Our Dresser-Rand DATUM® line of centrifugal compressors leads the industry in efficiency and operating range, making them the ideal solution for clients focused on maximizing their operating efficiency. We continue to invest in product development to maintain our lead in this area.
In refineries, turbo compressors are often driven by steam turbines. Here too, investments are being made to reduce flow path leakage and improve turbine efficiency, reducing overall steam consumption per unit of load.
Turbocompressors are among the noisiest pieces of equipment in a refinery. Dresser-Rand has developed proprietary technology, marketed as D-R Array, which reduces noise emanating from the compressor by 10dBA or more. The technology can also be applied to suction and discharge piping.
Our investment in Echogen provides a platform to recover waste heat from a variety of low quality sources prevalent in refineries, and convert it into rotating power to drive generators.
Investments that have been made in technologies to support subsea compression will eventually come to be applied in downstream as well. The urgency in downstream is less, but as the technology becomes proven and costs come down, the value of high-speed motors and drives, oil-free systems, and elimination of gearboxes will become evident in that market as well.
Q: What are some specific advances in technology/industry that you are seeing in the distribution segment?
A: We are going to start to see some dramatic changes in the retail and distribution segment, especially in the United States. The substantial difference between the prices of natural gas and gasoline or diesel is driving plans for a massive build-out of natural gas fueling capacity along Americas interstate highways and in fleet hubs. It is unclear whether this will be in the form of CNG or LNG, or both. Much of Asia already has a CNG infrastructure for heavy truck fleets, so essentially what is going to happen in the United States has been done in Asia and other places already.
The recent focus on natural gas fueling has taken attention away from another trend, which is the increasing potential of diesel fuel instead of gasoline in North America. This is driven by the superior fuel economy of diesel engines, and by the substitution of light crude slates by lower-priced heavy ones at the refineries. Heavy crudes produce proportionately less gasoline and more distillate. As with CNG, the preference for diesel due to fuel economy is well-established in the rest of the world.
Q: What is Dresser-Rand doing to meet those key trends/challenges in the distribution segment?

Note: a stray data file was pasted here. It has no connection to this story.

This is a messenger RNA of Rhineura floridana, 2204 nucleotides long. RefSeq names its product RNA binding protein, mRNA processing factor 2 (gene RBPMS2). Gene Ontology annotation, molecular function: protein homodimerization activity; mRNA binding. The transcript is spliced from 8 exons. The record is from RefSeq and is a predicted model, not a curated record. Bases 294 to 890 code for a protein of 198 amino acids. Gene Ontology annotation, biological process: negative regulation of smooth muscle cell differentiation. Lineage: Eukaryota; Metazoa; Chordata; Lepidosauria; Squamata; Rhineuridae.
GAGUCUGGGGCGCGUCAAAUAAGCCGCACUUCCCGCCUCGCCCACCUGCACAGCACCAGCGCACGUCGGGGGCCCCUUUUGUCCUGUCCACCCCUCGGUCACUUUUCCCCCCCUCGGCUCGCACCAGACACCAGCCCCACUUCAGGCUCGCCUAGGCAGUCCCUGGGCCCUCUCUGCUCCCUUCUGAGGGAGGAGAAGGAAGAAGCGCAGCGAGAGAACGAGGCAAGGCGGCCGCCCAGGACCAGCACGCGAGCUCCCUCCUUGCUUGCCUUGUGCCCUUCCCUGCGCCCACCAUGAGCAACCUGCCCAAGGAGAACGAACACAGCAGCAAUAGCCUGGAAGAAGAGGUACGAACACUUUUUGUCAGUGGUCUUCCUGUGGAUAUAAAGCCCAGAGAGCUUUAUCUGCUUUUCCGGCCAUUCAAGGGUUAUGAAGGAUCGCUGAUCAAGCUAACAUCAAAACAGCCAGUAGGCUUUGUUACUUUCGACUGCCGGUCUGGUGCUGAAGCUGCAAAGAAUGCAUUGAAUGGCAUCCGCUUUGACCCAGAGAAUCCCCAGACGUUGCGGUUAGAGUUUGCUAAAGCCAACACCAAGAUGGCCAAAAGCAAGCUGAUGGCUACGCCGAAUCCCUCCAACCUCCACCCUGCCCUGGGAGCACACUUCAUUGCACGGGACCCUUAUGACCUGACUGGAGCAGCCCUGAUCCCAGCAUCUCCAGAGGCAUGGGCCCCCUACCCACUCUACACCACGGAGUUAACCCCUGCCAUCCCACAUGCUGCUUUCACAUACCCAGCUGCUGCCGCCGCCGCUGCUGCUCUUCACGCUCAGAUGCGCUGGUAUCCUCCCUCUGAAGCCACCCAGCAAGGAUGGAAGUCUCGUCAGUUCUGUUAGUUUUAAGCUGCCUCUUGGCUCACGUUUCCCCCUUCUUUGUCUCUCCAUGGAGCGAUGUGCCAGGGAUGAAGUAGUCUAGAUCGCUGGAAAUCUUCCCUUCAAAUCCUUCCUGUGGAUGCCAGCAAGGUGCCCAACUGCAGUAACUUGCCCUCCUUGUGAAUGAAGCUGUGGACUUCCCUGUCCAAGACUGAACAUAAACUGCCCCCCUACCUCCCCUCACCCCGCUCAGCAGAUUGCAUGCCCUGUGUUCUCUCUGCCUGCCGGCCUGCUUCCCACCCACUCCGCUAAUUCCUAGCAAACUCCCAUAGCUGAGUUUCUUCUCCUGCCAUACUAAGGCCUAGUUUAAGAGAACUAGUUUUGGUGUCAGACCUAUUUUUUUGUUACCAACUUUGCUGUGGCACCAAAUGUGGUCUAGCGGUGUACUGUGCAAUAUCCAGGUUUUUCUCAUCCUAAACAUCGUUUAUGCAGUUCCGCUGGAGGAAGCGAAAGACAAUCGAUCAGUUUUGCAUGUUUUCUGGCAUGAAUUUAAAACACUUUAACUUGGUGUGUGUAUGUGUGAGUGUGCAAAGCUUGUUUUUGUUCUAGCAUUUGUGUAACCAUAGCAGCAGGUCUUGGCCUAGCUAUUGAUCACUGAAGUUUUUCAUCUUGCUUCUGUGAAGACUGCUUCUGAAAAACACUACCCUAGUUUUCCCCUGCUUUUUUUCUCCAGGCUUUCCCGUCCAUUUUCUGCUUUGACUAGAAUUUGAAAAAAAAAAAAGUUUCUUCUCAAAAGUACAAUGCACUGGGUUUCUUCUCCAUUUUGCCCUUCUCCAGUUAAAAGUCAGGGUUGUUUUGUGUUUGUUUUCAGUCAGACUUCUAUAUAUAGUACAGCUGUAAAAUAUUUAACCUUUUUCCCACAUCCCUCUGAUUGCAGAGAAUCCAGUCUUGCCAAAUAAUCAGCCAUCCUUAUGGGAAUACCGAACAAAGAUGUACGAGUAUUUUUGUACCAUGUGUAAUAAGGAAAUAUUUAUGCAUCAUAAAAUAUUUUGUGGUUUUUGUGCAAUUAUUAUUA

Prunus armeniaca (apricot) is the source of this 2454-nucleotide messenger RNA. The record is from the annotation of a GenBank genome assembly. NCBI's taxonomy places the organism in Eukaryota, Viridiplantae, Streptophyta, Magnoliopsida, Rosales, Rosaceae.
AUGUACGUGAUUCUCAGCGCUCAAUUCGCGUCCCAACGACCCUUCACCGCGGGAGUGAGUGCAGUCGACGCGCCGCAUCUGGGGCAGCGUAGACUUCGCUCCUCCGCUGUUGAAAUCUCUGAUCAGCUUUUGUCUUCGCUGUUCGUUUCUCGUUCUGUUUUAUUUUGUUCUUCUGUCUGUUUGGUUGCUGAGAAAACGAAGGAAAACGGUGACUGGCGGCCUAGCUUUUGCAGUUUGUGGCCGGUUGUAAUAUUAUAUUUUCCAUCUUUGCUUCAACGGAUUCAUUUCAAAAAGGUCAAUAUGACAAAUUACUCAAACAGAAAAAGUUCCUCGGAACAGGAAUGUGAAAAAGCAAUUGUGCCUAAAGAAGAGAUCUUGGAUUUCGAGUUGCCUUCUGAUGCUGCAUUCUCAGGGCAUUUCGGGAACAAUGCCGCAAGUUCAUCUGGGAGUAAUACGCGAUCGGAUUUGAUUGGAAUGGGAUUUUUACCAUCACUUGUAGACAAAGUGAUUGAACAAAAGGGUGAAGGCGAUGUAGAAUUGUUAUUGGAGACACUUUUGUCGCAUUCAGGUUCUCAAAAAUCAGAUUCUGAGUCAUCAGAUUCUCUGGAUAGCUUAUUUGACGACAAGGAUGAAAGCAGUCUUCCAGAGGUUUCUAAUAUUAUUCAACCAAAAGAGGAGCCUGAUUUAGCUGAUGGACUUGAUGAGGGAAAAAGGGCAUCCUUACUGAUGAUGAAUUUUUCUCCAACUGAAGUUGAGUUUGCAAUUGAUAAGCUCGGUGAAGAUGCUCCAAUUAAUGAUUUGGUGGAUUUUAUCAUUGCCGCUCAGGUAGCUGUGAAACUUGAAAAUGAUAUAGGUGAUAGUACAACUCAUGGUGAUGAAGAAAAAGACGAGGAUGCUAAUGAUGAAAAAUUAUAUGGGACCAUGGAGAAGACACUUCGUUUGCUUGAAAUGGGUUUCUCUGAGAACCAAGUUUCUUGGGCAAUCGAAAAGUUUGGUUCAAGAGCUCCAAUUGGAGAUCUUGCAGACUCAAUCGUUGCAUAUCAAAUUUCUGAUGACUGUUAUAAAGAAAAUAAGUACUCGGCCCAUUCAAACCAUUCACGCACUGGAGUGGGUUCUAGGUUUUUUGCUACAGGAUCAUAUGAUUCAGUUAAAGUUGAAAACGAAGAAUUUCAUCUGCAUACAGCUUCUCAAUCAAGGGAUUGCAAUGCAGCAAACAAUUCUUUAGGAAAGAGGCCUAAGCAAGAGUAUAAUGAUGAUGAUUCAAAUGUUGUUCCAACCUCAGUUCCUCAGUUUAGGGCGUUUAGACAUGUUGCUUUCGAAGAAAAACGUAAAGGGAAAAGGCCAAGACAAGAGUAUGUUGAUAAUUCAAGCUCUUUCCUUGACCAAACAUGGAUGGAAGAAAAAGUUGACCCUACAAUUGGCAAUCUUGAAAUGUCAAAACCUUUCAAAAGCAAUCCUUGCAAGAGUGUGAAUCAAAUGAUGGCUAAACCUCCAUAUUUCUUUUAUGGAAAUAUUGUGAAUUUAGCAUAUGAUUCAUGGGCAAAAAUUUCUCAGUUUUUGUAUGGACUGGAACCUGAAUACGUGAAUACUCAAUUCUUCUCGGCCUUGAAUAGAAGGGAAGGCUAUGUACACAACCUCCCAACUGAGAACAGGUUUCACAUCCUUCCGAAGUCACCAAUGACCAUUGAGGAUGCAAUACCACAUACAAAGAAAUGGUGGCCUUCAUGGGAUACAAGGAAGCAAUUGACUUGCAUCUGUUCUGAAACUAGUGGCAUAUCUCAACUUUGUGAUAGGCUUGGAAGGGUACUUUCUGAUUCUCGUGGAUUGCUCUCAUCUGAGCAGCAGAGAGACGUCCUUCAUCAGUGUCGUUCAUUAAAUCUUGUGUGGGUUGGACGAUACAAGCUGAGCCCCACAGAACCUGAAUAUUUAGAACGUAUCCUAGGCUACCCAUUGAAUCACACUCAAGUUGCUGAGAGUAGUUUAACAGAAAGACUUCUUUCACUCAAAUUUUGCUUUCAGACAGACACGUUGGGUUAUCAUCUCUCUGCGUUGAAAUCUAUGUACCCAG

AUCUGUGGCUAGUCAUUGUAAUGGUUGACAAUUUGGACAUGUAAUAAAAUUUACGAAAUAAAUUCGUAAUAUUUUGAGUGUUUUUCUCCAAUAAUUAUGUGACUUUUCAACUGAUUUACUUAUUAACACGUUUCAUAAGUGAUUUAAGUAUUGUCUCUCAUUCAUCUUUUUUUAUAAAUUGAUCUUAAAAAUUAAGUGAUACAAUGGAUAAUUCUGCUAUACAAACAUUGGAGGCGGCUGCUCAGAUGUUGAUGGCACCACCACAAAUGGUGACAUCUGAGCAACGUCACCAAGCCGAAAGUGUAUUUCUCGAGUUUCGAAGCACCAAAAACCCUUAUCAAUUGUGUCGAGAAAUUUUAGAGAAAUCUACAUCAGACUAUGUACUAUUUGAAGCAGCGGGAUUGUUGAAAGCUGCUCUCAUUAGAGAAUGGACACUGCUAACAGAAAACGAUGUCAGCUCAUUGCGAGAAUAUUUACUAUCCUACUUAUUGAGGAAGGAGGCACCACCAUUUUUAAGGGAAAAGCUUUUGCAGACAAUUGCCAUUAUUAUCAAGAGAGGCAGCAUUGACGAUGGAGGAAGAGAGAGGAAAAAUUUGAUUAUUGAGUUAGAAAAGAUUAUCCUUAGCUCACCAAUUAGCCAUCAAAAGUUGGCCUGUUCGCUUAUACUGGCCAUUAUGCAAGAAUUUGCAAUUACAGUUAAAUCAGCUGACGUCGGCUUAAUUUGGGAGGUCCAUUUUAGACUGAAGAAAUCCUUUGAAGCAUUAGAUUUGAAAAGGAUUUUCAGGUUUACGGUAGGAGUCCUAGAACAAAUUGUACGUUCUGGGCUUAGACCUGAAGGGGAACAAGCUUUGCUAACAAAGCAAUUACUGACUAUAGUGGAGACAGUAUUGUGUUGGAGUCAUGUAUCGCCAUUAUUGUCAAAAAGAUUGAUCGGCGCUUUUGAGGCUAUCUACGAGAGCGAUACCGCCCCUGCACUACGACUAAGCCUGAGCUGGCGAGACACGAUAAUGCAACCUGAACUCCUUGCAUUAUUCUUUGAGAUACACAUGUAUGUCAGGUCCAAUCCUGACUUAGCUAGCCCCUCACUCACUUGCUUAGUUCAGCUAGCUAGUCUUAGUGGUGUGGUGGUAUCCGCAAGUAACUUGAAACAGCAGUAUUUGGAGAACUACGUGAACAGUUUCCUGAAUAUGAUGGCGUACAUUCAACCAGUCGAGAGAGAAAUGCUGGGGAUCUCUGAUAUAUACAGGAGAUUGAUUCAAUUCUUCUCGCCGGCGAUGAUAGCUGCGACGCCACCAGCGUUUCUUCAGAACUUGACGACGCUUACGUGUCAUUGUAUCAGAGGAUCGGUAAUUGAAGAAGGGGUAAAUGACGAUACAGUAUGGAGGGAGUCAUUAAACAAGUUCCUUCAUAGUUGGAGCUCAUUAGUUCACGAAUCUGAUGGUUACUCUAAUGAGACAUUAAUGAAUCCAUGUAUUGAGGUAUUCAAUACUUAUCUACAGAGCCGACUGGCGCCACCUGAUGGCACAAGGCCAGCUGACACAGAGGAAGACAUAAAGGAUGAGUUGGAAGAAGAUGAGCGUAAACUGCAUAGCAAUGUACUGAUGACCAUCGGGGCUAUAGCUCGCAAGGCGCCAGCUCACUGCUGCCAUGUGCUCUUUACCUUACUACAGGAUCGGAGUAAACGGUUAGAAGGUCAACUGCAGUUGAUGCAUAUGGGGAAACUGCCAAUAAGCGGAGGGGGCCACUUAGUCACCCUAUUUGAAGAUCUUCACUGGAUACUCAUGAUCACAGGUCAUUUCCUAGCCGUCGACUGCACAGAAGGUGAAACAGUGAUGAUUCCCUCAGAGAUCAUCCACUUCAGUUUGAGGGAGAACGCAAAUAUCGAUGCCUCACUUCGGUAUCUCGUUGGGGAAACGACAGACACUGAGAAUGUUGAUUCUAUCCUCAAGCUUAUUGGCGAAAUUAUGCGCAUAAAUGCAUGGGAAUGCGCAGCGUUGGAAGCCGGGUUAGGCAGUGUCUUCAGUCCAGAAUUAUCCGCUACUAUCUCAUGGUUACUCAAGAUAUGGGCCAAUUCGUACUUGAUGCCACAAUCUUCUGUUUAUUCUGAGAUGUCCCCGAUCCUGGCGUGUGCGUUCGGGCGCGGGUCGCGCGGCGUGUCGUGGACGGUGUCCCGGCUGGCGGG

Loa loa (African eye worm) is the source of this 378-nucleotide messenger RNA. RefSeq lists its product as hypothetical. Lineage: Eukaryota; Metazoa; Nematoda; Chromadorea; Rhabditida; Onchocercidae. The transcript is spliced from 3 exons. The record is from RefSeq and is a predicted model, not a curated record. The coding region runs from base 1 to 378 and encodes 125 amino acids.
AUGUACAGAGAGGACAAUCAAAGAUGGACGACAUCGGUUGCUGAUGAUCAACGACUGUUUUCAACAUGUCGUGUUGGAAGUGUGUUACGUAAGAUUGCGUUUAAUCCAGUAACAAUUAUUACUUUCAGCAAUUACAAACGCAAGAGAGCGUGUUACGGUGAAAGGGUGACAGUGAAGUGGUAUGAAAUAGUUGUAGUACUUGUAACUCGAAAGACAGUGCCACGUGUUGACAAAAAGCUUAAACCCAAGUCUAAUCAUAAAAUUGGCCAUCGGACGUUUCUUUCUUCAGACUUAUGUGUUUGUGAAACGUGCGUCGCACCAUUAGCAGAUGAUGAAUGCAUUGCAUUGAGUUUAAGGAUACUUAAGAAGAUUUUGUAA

A: Dresser-Rand is currently evaluating CNG and LNG technologies to determine whether we want to participate in what is essentially a retail market. Our interest is primarily in the installation and servicing of the equipment in this space; similar to what we already do in India.
Q: What is Dresser-Rand specifically doing for energy efficiency in the downstream market?
A: Our value proposition to the market has always included leading edge efficiency, and we continue to invest in product improvements to maintain our position across our entire portfolio of reciprocating, centrifugal, and axial compressors, steam and gas turbines, and hot gas power recovery units for refinery FCC units and nitric acid plants. In many cases, these technologies can also be retrofitted into our legacy machines, or into machines of other OEMs, to improve their performance. Efficiency improvements of 10 percent or more are not uncommon.
In addition to improving rated operating point efficiency, we have also developed or applied technologies to permit more efficient load following by our equipment. Examples include our infinite step capacity technology for reciprocating compressors, and the application of variable speed systems to turbo and reciprocating compressors.
And finally, our investment in Echogen technologies provides a strong foundation to capture the energy in waste heat streams prevalent throughout the downstream market, and convert it into electrical power. This reduces the need for purchased power, improving overall plant efficiency.
Q: Anything else youd like to add?
A: Downstream market activity will continue to increase in the developing world, as GDP growth remains strong. In the developed world, there will be further shrinkage and consolidation. The big game changer in North America will be the long term availability of vast volumes of natural gas at very low prices. This will impact the motor fuels market and shift investment in fertilizer and petrochemicals to North America that would once have gone elsewhere.